Los Angeles Chargers: The problem with Tyrod Taylor starting in 2020

CARSON, CALIFORNIA - AUGUST 18: Tyrod Taylor #5 of the Los Angeles Chargers motions to the bench in a 19-17 New Orleans Saints win during a preseason game at Dignity Health Sports Park on August 18, 2019 in Carson, California. (Photo by Harry How/Getty Images)
CARSON, CALIFORNIA - AUGUST 18: Tyrod Taylor #5 of the Los Angeles Chargers motions to the bench in a 19-17 New Orleans Saints win during a preseason game at Dignity Health Sports Park on August 18, 2019 in Carson, California. (Photo by Harry How/Getty Images) /

Philip Rivers will officially be the quarterback of the Indianapolis Colts in 2020 and it appears as if the Los Angeles Chargers are turning to former Pro Bowler Tyrod Taylor.

The Los Angeles Chargers‘ biggest need heading into the offseason was the quarterback position as it was growing evidently clear that the team and long-time starter, Philip Rivers, were parting ways.

This led the speculation to ramp up with fans considering which prospect the team could draft with the sixth overall pick or even which free agent the team might sign, including the biggest name in free agency this offseason, Tom Brady.

It appears as if the answer was right in front of our face the entire time and is something that has always been a possibility, it just did not seem like the most likely one. The Los Angeles Chargers are going to turn the offense over to Tyrod Taylor, or so it seems.

With Tom Brady headed to the #Bucs, the #Chargers are not expected to sign or trade for a veteran QB, I’m told. They are moving forward with Tyrod Taylor for 2020.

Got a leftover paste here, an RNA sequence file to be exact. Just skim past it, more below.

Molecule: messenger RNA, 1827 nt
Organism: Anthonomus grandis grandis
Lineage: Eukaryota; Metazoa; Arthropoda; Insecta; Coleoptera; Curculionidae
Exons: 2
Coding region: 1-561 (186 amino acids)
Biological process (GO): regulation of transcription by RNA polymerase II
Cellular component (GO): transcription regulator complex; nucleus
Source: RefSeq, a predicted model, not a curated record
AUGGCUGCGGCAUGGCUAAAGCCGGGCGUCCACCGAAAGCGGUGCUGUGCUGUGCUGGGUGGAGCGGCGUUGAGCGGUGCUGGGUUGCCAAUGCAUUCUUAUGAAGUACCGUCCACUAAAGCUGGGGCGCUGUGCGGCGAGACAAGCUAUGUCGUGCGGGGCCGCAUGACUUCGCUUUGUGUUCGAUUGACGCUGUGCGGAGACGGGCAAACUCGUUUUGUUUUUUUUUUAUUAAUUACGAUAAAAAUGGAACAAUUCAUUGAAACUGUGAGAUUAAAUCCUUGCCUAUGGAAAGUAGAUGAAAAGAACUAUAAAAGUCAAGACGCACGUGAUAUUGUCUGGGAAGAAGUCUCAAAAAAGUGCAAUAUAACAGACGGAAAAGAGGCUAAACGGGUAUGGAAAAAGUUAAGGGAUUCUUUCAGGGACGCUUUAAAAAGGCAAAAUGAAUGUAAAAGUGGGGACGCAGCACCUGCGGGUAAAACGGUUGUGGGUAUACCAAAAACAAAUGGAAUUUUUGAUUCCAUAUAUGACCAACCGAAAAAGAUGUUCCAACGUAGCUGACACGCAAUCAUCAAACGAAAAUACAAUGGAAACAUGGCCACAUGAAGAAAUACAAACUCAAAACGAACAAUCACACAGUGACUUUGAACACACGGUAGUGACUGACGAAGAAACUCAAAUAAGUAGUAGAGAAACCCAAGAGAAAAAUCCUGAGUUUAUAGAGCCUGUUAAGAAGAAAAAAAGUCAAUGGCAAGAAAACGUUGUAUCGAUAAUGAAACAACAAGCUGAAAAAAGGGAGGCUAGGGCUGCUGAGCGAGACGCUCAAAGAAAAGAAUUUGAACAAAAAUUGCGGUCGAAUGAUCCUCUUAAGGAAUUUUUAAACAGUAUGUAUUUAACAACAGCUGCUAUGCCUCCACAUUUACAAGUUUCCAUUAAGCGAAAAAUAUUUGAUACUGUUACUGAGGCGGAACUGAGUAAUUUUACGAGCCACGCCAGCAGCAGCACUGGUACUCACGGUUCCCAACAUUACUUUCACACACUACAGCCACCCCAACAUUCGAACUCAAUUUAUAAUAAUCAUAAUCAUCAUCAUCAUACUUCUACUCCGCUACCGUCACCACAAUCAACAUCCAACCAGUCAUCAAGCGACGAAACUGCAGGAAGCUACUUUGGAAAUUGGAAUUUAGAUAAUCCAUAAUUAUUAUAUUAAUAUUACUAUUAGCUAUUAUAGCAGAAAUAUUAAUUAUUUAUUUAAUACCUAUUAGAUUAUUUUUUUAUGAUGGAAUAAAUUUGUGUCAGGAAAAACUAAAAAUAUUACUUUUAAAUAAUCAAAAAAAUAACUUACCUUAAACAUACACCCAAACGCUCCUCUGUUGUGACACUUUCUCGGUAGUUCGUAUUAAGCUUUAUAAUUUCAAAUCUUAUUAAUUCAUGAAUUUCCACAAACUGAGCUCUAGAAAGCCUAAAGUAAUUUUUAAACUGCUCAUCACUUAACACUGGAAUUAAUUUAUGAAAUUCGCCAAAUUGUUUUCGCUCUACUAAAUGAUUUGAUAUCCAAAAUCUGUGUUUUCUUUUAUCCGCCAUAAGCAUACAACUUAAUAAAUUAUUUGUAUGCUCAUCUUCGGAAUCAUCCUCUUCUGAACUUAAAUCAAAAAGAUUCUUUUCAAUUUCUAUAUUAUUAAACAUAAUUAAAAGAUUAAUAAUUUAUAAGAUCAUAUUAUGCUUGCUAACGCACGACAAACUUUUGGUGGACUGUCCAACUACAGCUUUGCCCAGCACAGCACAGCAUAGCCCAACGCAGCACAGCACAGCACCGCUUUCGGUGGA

— Ian Rapoport (@RapSheet) March 18, 2020

The team absolutely can still draft a quarterback in the 2020 NFL Draft and not adding any veteran quarterbacks via free agency or trade essentially guarantees that. However, the common consensus right now is that Taylor will be the starting quarterback to start the season.

Things can change, of course, but fans are already preparing and expecting Taylor to be the starting quarterback; and quite frankly, there are a lot more fans that like the idea of Taylor starting then I would have imagined.

Personally, I do not fall in that same boat. If you follow the Bolt Beat Twitter account, you probably already know this.

There are a few problems I have with Tyrod Taylor being the starting quarterback to start the 2020 season. This does not mean that the team should get rid of him or that he does not have value, but there are some concerns.

First of all, Taylor’s impact and production are being massively overstated. In his three seasons as a starter in Buffalo, Taylor ranked 19th in passer rating, 20th in touchdowns, 20th in passing yards and 28th in completion percentage.

“But he runs the ball.” Yes, he does, but not to the ability of someone such as Lamar Jackson, where an entire offense can be built around it. He is a below-average thrower and when the going gets tough and the Chargers need to win an important game, it becomes much harder to win with a below-average thrower.